What causes the stale smell and how to get the unpleasant smell out of the clothes after washing?
Your clothes should smell divine after washing, but that’s not always the case. Sometimes they have an unpleasant, stale smell after drying, and you’re not even sure what’s causing it. The culprit may be the washing machine, but not only.
Freshly laundered clothes can lose their pleasant smell for any number of reasons, for example, if you smoke in the house or lay your laundry near the kitchen. You may have wanted to dry your clothes outdoors, but you live in a smoggy area, or your neighbor has chosen the very moment to throw a garden party. If neither of these things is a factor, the smell is probably caused by the water itself.
What makes clothes smell bad?
In most cases, clothes may smell stale because water is trapped in the fabric. The moisture cannot escape and so a kind of stale, unpleasant smell develops. In extreme cases, clothes may even become moldy, with grey stains appearing on their surface, in which case it is important to remember that it is no longer enough to just remove the smell; the problem of mold has to be dealt with as well.
In most cases, however, the problem is simply that the clothes have been left in the washing machine for too long. We have all been there: something has happened that distracted us, or we were too busy, and the clothes were only put in the dryer in the morning after being washed in the evening, for example. Even sitting that long in water can be enough to make the fabric smell.
Stale smell may also be caused if the clothes not completely dry when you took them out from the dryer and put them in the wardrobe. It’s easy for mold to grow in dark, damp areas and, if you clean the inside of the washing machine too rarely, it can affect your clothes. It doesn’t matter how much detergent you use: too much will prevent the chemicals from leaving the fabric, which can also cause the smell.
What can you do to get rid of it? If you don’t have time to rewash your clothes, but you have some vodka, lemon juice or baking soda at home, you may use these three natural deodorizers. Get a spray bottle, wash it well and pour in the vodka or lemon juice. Then spray it on your clothes, and either of the substances will eliminate mild odors in no time. You can then add a little perfume to give the fabric a new scent.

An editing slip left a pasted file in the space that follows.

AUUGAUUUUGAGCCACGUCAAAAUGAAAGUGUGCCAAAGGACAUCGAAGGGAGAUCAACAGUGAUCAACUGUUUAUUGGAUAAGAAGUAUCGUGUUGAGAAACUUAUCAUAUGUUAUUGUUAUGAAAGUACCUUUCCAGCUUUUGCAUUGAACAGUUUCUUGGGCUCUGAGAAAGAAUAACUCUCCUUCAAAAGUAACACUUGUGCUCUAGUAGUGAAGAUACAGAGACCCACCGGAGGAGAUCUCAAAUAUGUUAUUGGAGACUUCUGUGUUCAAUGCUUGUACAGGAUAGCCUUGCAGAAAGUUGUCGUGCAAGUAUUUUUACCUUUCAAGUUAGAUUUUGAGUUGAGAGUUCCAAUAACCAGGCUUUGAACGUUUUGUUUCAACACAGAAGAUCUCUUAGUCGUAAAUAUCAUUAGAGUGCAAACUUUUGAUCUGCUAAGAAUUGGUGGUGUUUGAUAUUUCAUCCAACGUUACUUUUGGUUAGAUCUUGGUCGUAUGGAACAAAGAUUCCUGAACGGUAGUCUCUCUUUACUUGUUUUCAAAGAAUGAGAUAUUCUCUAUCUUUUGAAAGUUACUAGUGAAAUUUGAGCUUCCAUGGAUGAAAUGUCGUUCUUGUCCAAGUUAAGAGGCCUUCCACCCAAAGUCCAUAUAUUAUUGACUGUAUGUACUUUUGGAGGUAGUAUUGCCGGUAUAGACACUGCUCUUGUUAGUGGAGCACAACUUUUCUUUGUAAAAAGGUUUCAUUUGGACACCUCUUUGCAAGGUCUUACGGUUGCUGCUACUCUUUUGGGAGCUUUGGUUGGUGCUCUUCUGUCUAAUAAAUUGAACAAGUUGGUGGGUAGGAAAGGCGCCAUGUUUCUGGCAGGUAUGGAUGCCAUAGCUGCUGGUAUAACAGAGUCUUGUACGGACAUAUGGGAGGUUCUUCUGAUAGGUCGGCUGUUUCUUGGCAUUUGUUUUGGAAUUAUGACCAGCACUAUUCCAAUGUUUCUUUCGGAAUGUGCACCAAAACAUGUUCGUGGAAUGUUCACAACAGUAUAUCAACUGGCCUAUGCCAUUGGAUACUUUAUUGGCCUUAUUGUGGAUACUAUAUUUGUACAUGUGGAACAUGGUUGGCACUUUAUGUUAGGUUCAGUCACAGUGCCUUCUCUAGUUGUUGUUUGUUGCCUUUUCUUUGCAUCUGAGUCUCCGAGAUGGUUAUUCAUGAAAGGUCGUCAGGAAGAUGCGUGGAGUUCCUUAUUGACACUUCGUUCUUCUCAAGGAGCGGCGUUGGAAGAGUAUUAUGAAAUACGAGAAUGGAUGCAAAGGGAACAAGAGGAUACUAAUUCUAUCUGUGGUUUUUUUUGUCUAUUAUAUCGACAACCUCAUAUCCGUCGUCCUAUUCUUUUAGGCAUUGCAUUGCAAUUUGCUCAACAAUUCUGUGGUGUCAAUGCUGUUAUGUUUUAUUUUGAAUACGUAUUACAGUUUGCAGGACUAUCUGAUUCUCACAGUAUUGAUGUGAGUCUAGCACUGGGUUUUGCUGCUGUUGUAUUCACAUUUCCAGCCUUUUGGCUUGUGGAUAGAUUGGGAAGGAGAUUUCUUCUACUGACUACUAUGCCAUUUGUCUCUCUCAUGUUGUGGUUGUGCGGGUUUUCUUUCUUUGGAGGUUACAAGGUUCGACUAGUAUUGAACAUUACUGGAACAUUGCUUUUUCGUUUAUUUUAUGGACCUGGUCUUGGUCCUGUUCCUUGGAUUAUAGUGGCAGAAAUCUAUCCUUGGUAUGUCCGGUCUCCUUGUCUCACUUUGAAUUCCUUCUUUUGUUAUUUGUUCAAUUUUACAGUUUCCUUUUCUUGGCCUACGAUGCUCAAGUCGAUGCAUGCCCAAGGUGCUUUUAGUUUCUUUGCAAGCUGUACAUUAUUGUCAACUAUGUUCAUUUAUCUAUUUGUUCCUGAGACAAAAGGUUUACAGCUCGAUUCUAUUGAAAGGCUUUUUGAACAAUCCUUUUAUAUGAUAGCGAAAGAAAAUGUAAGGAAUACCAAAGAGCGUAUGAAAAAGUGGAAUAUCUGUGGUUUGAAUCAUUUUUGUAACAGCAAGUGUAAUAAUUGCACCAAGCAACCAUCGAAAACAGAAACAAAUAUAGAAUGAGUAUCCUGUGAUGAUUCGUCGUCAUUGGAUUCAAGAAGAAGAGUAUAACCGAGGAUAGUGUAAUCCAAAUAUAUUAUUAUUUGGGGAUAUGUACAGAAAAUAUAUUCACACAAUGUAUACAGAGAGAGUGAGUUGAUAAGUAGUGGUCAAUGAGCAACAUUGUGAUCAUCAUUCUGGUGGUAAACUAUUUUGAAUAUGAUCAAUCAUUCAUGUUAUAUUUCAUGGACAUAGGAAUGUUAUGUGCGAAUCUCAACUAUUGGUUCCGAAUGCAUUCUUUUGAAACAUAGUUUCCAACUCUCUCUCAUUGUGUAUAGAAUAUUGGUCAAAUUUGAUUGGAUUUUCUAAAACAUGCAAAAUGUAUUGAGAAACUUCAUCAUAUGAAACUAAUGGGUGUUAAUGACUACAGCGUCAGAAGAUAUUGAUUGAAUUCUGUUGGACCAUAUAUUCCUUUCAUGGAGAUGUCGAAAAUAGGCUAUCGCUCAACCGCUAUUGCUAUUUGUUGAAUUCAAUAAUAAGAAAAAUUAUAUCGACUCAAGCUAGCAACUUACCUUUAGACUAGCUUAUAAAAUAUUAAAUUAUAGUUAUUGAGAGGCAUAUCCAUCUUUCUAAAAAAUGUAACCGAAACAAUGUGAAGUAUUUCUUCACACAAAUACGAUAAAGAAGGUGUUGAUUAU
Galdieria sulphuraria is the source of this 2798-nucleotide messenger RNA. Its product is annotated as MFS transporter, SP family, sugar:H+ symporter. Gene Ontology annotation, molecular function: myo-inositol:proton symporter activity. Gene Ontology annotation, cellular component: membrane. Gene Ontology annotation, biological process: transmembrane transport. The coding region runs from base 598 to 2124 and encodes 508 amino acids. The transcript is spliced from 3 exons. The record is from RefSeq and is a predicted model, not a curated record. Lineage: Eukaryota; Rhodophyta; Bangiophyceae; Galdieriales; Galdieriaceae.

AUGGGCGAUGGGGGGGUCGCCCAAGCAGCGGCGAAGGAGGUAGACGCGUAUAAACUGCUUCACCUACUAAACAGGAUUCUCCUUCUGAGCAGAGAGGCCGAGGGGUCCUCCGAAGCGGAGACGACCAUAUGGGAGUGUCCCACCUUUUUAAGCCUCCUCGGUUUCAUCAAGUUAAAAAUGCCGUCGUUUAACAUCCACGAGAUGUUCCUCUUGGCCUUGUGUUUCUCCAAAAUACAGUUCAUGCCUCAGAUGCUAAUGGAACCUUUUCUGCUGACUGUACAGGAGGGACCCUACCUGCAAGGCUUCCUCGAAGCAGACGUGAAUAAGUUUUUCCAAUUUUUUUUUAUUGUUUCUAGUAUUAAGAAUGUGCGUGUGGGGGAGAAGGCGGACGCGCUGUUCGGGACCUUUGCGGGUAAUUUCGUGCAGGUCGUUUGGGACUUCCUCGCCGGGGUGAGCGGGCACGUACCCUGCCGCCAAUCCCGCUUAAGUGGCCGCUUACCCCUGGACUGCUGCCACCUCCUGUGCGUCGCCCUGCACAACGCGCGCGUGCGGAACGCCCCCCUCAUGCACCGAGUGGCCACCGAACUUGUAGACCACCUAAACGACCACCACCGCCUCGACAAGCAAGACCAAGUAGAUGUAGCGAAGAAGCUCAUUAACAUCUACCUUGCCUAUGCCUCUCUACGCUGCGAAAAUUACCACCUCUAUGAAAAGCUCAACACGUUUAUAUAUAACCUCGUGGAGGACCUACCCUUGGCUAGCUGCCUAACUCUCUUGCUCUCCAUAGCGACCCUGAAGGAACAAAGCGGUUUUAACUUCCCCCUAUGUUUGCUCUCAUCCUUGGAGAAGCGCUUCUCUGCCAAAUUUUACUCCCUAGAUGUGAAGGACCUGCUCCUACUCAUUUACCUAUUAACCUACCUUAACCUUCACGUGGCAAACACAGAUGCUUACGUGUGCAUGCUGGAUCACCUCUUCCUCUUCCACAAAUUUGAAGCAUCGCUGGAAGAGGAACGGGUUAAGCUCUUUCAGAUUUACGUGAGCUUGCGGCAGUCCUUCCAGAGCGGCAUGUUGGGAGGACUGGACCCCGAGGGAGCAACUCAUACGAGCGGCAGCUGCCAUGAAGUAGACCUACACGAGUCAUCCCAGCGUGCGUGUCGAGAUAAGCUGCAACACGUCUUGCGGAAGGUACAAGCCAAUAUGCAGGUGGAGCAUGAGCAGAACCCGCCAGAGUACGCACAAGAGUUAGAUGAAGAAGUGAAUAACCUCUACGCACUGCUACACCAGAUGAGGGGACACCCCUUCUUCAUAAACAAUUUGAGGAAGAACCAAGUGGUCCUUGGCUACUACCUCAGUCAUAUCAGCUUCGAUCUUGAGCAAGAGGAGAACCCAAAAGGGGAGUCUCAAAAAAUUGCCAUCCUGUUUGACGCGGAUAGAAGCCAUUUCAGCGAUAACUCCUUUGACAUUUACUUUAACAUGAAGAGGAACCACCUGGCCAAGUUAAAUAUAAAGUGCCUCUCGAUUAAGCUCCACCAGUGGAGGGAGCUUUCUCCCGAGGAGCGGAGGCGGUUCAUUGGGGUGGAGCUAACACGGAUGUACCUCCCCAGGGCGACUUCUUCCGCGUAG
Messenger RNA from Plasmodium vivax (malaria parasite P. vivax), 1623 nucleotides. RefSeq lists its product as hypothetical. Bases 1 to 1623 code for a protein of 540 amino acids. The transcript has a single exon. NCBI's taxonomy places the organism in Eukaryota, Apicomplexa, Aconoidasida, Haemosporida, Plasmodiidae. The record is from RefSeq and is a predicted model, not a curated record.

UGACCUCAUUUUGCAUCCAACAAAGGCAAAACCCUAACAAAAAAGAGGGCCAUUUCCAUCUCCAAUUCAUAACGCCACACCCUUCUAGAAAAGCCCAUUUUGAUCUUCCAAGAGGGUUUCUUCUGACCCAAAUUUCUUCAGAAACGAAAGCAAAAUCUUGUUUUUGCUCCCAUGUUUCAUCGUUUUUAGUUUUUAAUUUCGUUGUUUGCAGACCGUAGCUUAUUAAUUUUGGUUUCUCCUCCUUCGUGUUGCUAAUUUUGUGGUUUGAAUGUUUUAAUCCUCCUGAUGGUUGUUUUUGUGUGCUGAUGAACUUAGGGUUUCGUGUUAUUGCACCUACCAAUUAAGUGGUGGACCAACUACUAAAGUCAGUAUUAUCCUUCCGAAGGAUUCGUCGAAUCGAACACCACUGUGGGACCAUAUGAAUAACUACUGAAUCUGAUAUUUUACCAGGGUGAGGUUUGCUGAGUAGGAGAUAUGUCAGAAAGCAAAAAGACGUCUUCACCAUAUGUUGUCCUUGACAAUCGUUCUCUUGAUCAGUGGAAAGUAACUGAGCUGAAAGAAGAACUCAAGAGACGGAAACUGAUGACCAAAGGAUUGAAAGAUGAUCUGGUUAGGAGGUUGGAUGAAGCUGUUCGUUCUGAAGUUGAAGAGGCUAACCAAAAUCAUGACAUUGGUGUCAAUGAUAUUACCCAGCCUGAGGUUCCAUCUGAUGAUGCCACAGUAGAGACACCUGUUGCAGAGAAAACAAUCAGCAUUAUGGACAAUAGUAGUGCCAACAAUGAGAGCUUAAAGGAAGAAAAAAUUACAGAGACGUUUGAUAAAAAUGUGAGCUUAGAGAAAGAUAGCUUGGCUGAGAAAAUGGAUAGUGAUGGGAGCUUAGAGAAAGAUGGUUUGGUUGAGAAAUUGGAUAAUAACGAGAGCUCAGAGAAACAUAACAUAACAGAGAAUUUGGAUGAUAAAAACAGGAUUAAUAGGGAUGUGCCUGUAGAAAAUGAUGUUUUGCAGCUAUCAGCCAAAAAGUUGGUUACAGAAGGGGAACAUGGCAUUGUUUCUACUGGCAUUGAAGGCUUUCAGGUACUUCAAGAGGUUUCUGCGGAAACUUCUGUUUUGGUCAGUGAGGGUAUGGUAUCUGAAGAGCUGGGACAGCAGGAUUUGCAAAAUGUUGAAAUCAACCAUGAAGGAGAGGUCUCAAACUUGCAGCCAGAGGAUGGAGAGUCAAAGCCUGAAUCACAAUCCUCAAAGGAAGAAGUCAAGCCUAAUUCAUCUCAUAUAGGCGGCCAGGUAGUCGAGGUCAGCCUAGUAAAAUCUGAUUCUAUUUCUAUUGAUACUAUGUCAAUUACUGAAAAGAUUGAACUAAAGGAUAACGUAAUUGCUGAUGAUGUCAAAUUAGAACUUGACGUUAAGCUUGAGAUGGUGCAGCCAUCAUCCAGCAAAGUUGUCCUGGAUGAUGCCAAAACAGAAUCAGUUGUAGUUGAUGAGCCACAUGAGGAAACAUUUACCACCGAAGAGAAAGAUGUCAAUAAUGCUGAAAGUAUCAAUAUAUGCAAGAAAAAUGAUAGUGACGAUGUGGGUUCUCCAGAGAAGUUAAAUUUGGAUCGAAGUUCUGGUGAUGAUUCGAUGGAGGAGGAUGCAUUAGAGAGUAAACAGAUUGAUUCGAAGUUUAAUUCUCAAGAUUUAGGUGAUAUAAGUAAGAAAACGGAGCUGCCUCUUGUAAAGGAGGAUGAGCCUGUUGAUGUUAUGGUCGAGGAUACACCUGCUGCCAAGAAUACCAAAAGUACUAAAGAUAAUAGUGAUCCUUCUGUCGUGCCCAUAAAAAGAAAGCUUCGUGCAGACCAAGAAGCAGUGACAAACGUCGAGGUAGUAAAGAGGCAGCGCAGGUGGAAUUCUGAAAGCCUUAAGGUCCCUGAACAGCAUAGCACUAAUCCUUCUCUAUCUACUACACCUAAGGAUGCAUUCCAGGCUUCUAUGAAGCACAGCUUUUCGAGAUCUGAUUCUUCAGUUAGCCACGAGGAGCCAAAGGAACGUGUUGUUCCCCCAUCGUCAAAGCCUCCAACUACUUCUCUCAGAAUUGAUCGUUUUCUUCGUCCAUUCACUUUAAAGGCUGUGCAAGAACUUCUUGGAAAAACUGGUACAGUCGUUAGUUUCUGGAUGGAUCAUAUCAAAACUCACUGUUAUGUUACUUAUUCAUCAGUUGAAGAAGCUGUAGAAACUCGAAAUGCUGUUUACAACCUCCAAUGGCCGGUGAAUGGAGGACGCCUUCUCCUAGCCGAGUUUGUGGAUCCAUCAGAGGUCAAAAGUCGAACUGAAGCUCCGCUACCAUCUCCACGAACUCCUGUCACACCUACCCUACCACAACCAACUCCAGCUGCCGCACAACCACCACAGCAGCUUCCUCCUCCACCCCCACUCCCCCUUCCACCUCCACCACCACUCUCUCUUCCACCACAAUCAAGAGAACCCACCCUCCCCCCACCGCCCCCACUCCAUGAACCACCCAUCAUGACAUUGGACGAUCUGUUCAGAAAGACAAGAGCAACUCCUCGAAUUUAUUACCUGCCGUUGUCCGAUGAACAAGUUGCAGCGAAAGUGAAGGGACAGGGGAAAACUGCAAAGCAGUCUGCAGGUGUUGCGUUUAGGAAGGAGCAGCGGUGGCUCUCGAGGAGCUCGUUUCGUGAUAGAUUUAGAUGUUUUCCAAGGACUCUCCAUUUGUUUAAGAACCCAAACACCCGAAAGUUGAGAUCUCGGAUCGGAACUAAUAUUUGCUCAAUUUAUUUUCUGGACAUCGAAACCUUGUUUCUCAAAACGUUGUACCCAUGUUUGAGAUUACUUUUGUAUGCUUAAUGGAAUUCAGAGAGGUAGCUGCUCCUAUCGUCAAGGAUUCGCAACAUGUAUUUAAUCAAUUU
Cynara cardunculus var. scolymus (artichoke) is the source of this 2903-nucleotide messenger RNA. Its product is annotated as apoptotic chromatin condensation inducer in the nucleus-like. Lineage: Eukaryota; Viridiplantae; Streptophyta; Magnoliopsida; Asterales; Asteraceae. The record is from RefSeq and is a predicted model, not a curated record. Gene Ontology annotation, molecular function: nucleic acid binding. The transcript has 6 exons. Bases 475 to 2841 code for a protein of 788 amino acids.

Baking soda, being a powder, works a little differently. You’ll need a bowl and a toothbrush. Use the brush to introduce the powder deep into the fabric, and you can achieve a similar effect to vodka and lemon juice. Unfortunately, this method only works on white clothes. It’s also important to remember that this is only a temporary solution for when you need help in a hurry, but for the long term it’s better to go for prevention or rewashing. Prevention means cleaning the washing machine from time to time and making sure you only wash clothes when you know you’ll have the time to complete the process.
Never leave clothes in the washing machine for too long. Also, before you collect the clothes after drying, make sure that they have dried completely. The most problematic areas are those where the fabric is the thickest: around pockets, the waist, the neck, and sleeves of T-shirts. Once the problem has happened, sometimes it’s enough to rinse the clothes, but in serious cases a new wash may be necessary. Add a little vinegar in the washing machine to make sure you get rid of any unpleasant odors, as vinegar is also a natural deodorizer.
If you see signs of mold on your clothes, set the washing machine to the highest heat to kill the spores. Then, if possible, dry the clothes outdoors to ensure that the fabric is aired out as well as possible.